United States Ambassador to the Philippines Sung Kim has reaffirmed Washington’s commitment to preserving freedom of navigation and flight in the South China Sea.
Kim made the statement amid reports that U.S. President Donald Trump is disregarding China’s supposed incursions in the disputed sea as part of pursuing the country’s cooperation in stopping North Korea’s nuclear activities.
“I have not seen such reporting but what I can say is our basic position has not changed,” Kim told reporters on Sunday, May 7 on the sidelines of the 75th anniversary of Corregidor’s fall during World War II.
Kim stressed that the freedom of navigation and flight in the South China Sea is not only a concern of the U.S. but of the international community as well.
“We continue to believe protecting freedom of navigation is not just a U.S. issue but it’s for the whole international community,” the envoy said.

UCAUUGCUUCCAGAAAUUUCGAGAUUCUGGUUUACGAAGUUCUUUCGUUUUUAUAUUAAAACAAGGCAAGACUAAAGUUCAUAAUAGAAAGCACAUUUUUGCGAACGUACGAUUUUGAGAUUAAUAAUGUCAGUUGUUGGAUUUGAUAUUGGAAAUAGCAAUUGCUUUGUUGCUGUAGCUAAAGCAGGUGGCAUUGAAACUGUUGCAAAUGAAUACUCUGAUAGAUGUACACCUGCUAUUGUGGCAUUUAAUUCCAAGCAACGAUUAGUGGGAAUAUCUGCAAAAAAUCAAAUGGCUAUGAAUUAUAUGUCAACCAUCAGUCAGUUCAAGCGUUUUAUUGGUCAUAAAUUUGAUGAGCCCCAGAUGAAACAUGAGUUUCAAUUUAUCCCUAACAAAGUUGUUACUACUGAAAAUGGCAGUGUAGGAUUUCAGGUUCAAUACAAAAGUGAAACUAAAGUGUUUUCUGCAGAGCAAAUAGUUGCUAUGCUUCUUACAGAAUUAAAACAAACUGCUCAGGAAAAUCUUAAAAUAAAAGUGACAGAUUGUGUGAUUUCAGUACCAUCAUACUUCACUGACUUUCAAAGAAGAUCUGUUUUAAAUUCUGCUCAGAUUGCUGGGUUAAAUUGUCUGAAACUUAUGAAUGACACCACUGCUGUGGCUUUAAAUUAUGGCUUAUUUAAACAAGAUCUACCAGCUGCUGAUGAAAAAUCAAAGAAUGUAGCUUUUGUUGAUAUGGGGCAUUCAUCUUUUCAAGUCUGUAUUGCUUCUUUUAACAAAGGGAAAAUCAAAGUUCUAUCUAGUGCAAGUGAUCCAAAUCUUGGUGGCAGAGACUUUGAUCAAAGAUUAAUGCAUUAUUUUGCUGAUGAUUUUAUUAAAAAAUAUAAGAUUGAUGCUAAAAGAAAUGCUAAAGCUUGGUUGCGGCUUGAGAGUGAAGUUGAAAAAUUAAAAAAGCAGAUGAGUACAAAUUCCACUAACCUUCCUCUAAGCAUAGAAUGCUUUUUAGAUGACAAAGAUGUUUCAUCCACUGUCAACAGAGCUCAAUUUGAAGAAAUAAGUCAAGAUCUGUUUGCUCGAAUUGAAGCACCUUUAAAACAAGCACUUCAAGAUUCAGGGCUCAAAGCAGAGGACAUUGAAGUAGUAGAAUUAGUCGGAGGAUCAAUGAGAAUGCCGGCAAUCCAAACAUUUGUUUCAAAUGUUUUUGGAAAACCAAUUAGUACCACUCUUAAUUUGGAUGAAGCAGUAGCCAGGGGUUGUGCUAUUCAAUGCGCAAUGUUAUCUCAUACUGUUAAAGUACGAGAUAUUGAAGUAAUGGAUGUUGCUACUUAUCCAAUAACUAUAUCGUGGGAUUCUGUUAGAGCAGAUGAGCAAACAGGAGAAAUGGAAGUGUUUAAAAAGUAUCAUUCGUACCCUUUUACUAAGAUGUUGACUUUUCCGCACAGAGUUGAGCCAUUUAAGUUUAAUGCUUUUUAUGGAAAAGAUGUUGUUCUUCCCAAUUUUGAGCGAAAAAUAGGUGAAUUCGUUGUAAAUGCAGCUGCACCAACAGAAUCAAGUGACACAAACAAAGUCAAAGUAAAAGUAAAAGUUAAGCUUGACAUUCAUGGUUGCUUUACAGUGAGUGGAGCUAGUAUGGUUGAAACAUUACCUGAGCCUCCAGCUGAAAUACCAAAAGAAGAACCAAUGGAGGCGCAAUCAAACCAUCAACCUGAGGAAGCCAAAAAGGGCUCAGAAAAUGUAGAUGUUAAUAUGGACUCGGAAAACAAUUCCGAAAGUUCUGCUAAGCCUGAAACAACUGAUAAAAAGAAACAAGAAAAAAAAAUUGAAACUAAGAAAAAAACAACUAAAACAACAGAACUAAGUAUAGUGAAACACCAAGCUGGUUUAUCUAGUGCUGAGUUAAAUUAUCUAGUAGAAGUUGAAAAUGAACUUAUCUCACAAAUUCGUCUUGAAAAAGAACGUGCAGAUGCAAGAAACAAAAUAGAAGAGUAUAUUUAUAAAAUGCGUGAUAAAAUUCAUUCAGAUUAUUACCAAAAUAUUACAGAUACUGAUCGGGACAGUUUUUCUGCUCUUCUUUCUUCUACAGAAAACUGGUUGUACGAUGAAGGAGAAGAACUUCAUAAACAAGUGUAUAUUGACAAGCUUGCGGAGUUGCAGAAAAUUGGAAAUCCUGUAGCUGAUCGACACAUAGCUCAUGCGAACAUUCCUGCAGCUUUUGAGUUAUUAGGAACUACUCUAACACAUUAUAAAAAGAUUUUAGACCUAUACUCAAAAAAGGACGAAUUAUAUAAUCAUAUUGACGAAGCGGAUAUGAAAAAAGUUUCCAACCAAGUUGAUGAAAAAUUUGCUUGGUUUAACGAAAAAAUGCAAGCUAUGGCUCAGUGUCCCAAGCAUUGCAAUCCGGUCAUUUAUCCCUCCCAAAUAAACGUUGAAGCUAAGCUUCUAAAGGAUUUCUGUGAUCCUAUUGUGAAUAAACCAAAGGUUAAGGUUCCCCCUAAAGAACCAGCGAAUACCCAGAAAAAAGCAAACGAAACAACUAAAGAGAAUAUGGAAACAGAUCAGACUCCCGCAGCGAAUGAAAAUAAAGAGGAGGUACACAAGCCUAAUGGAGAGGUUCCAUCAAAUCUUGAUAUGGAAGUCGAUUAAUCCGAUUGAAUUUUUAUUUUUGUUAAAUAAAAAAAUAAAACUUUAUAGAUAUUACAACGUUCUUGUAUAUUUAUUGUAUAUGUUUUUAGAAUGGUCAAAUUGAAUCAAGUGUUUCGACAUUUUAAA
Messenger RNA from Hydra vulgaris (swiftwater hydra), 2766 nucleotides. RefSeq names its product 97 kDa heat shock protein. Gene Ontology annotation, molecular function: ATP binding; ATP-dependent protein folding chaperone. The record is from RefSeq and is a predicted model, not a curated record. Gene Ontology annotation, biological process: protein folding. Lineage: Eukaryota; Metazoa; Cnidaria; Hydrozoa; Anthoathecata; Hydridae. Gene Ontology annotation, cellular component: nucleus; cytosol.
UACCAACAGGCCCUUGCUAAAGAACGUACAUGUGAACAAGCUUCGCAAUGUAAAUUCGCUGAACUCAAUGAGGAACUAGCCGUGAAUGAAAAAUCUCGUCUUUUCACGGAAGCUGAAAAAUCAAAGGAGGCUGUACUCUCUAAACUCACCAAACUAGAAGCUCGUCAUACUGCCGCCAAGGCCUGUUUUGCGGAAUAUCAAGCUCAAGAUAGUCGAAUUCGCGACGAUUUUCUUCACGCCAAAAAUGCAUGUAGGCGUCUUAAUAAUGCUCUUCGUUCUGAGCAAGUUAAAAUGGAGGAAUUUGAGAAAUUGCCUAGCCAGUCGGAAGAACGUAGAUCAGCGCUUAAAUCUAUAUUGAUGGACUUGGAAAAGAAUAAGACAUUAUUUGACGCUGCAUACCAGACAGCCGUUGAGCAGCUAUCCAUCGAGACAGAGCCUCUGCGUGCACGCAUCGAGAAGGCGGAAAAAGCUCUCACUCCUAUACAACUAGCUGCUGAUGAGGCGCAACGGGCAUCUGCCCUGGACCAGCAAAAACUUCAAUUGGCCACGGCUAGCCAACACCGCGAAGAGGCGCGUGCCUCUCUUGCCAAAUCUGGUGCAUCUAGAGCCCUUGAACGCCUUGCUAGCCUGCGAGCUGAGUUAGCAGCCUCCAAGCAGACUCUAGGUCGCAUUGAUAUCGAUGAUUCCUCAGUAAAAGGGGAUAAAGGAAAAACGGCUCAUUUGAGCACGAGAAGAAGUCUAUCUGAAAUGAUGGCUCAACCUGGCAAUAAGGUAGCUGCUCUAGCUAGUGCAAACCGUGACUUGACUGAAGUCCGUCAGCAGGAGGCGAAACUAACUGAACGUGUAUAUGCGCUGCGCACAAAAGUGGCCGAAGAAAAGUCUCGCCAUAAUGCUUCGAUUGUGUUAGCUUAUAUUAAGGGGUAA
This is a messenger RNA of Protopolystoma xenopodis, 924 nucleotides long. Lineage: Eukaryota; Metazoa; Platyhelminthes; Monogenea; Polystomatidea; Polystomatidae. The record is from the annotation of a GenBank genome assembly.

Last week, the New York Times reported that the Pentagon had turned down a U.S. Pacific Command request to permit U.S. warships to sail within 12 nautical miles of the Scarborough Shoal in the South China Sea.
The newspaper also said in its report that no U.S. ship has gone within 12 miles of any of the disputed islands in the sea since Trump assumed the presidency earlier this year.
Quoting a certain analyst, CNN reported that this may have been part of Trump’s strategy to get China’s support against North Korea’s nuclear threats.
Kim, however, dismissed such reports, saying that Washington’s stance “has not changed.”
“Freedom of navigation and freedom of flight…these are very fundamental rights not just strategically but in protecting the flow of international trade…so our position has not changed,” Kim said.
Sought for comments, Philippine Defense Secretary Delfin Lorenzana doused speculations that the decreased American forces would affect the presence of Filipino troops in the Philippine-controlled Spratlys in the South China Sea.
“I don’t think so. We can still go to our [forces] in Pag-asa,” Lorenzana said.
Also referred to as Tithu Island, Pag-asa is the largest Philippine-controlled island among the Kalayaan Island Group (KIG) in the Spratlys.
“We hope that freedom of navigation is maintained there,” Lorenzana added. (AJPress)